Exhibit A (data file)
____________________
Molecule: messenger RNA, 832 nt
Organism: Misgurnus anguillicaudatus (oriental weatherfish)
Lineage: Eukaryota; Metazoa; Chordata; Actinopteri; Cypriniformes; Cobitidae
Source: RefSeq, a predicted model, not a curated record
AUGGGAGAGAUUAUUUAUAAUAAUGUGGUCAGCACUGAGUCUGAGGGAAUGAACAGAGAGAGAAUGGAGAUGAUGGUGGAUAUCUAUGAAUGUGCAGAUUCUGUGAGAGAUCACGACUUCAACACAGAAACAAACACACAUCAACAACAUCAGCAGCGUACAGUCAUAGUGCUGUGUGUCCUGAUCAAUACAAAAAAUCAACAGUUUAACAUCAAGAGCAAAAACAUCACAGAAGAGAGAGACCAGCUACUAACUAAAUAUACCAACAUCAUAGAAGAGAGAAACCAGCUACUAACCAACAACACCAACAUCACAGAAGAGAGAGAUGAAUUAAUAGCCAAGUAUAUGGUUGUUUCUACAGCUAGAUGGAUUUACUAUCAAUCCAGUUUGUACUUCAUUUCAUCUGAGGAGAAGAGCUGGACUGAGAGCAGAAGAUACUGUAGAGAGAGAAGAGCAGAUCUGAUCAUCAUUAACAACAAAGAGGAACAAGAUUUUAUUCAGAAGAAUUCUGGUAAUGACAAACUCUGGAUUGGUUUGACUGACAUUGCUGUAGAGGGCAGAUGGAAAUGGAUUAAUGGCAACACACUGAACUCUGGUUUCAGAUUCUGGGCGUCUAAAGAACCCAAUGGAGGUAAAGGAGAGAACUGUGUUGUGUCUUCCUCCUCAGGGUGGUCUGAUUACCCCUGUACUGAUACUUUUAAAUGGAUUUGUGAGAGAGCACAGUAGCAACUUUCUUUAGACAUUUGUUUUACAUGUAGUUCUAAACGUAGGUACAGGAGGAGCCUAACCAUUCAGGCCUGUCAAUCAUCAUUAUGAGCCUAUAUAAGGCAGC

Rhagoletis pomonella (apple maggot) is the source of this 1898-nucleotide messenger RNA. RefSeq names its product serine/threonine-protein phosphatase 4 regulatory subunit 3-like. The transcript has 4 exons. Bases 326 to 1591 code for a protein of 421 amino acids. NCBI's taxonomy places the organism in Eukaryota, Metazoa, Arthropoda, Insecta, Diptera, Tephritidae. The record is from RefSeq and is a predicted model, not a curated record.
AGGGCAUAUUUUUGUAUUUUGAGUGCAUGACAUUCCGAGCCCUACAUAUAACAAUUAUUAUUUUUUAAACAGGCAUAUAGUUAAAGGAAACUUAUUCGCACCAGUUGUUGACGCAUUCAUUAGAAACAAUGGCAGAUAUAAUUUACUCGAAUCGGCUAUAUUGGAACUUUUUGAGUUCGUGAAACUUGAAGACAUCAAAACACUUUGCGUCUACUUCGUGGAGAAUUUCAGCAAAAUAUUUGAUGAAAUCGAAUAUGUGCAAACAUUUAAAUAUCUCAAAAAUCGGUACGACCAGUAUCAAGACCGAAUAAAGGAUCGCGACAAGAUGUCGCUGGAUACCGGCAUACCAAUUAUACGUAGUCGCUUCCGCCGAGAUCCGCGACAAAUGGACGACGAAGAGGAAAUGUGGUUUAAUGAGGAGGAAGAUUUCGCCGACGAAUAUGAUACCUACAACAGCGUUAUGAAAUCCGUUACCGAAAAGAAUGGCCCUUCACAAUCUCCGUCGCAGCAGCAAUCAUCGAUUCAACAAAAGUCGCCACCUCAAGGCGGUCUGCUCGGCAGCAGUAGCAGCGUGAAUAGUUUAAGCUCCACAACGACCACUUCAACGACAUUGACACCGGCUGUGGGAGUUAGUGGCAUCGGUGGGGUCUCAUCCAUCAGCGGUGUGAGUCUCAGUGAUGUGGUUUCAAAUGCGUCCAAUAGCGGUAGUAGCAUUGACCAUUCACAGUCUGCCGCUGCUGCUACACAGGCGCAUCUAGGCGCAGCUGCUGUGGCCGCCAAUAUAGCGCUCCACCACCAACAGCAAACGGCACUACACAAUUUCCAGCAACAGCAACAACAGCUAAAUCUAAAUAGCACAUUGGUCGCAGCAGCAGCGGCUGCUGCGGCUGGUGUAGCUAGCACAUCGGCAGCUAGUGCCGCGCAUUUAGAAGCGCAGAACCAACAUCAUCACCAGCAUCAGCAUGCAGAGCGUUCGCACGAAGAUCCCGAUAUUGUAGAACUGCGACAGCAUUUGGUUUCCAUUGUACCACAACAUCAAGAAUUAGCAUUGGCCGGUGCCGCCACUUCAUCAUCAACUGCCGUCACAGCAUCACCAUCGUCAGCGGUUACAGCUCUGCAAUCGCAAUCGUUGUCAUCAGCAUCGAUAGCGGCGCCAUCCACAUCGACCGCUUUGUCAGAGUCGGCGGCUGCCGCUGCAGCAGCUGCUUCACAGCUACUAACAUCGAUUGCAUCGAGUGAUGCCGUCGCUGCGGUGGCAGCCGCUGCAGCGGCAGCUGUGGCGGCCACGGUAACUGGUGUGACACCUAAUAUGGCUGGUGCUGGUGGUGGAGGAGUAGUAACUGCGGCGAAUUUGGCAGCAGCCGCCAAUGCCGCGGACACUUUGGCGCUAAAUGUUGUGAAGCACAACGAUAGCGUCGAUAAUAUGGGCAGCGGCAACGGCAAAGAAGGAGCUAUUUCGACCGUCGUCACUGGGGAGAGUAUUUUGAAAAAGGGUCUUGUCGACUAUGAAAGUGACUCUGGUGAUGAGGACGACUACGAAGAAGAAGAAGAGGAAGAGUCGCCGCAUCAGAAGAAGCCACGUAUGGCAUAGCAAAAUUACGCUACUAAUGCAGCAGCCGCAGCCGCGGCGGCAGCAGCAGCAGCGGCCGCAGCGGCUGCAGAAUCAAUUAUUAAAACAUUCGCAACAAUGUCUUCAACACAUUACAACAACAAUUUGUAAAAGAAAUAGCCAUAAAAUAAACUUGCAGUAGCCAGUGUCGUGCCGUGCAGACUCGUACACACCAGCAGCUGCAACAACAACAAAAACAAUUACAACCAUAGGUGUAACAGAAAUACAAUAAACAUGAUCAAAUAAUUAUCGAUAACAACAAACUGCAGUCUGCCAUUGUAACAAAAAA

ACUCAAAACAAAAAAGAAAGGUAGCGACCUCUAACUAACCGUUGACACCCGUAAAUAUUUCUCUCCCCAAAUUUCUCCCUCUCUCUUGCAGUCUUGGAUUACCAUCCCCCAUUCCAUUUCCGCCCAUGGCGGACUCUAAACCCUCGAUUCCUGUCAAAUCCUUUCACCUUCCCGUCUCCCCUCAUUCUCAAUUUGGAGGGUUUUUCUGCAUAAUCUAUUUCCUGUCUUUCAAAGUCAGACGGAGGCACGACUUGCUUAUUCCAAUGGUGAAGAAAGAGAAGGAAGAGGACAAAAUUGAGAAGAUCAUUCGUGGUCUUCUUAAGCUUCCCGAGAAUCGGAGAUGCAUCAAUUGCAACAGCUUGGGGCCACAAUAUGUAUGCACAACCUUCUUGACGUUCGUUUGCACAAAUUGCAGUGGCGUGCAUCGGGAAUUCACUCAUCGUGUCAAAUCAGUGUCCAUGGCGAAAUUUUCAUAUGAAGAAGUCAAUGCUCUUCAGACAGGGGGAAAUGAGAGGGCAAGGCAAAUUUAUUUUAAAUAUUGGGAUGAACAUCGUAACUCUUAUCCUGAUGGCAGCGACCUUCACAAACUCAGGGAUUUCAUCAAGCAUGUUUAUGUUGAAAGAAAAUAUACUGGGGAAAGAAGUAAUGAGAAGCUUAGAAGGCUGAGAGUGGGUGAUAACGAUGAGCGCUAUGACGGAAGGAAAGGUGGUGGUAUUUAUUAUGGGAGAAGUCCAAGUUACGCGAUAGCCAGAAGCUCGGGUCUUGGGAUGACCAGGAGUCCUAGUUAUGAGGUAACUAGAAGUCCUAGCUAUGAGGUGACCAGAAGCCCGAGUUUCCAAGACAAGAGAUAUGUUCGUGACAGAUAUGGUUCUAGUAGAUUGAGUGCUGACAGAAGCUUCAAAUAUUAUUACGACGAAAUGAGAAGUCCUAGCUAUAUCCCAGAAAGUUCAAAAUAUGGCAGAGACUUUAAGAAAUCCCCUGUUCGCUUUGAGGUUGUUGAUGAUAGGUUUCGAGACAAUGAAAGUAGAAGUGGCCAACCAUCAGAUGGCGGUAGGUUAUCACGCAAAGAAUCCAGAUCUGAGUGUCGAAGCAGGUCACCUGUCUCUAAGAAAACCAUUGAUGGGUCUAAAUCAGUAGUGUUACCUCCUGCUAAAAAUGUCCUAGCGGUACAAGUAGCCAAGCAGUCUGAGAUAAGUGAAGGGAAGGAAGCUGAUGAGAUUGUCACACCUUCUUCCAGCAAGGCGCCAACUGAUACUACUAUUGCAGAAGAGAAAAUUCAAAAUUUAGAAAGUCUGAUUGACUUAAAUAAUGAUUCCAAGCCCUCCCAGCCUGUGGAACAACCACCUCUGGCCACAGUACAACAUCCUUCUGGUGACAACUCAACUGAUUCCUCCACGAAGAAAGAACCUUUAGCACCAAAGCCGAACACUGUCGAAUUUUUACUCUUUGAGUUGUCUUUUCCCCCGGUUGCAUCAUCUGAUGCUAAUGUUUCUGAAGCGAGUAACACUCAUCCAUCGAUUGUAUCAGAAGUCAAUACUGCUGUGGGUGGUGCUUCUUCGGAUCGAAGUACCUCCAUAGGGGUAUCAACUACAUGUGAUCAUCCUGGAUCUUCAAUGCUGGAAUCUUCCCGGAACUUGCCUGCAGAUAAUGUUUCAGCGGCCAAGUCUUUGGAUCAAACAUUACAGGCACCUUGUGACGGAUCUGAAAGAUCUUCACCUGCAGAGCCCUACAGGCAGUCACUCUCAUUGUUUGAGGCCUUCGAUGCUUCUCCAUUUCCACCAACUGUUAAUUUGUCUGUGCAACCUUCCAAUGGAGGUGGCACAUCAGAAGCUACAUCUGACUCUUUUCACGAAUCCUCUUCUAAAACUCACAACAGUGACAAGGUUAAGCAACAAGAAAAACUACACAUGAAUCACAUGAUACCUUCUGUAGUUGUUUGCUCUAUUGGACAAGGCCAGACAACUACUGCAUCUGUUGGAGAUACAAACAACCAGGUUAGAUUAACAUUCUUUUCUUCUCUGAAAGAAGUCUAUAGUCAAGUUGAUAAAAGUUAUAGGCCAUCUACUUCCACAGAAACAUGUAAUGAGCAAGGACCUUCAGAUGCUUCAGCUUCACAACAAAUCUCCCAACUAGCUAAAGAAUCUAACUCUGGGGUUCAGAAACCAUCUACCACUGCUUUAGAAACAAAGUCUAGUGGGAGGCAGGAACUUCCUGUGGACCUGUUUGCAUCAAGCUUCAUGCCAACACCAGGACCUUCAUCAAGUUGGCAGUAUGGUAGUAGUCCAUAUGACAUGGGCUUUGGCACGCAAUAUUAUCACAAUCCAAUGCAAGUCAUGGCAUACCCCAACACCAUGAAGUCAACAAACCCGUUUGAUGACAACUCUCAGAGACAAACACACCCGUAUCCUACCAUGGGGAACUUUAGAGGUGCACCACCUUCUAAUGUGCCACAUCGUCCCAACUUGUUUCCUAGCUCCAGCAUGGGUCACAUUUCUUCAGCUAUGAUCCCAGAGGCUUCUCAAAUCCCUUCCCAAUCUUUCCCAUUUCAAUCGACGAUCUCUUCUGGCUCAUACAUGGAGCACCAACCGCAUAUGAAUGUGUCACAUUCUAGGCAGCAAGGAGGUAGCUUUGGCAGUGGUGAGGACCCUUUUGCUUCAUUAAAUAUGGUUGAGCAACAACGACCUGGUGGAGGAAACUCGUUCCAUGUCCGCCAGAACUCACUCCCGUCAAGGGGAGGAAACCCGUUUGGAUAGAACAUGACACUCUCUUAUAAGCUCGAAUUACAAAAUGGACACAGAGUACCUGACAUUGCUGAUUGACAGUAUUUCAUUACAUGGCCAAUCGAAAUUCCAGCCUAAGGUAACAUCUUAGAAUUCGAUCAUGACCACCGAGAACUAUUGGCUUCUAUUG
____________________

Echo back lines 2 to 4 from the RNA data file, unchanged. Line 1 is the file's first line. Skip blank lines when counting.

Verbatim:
Organism: Misgurnus anguillicaudatus (oriental weatherfish)
Lineage: Eukaryota; Metazoa; Chordata; Actinopteri; Cypriniformes; Cobitidae
Source: RefSeq, a predicted model, not a curated record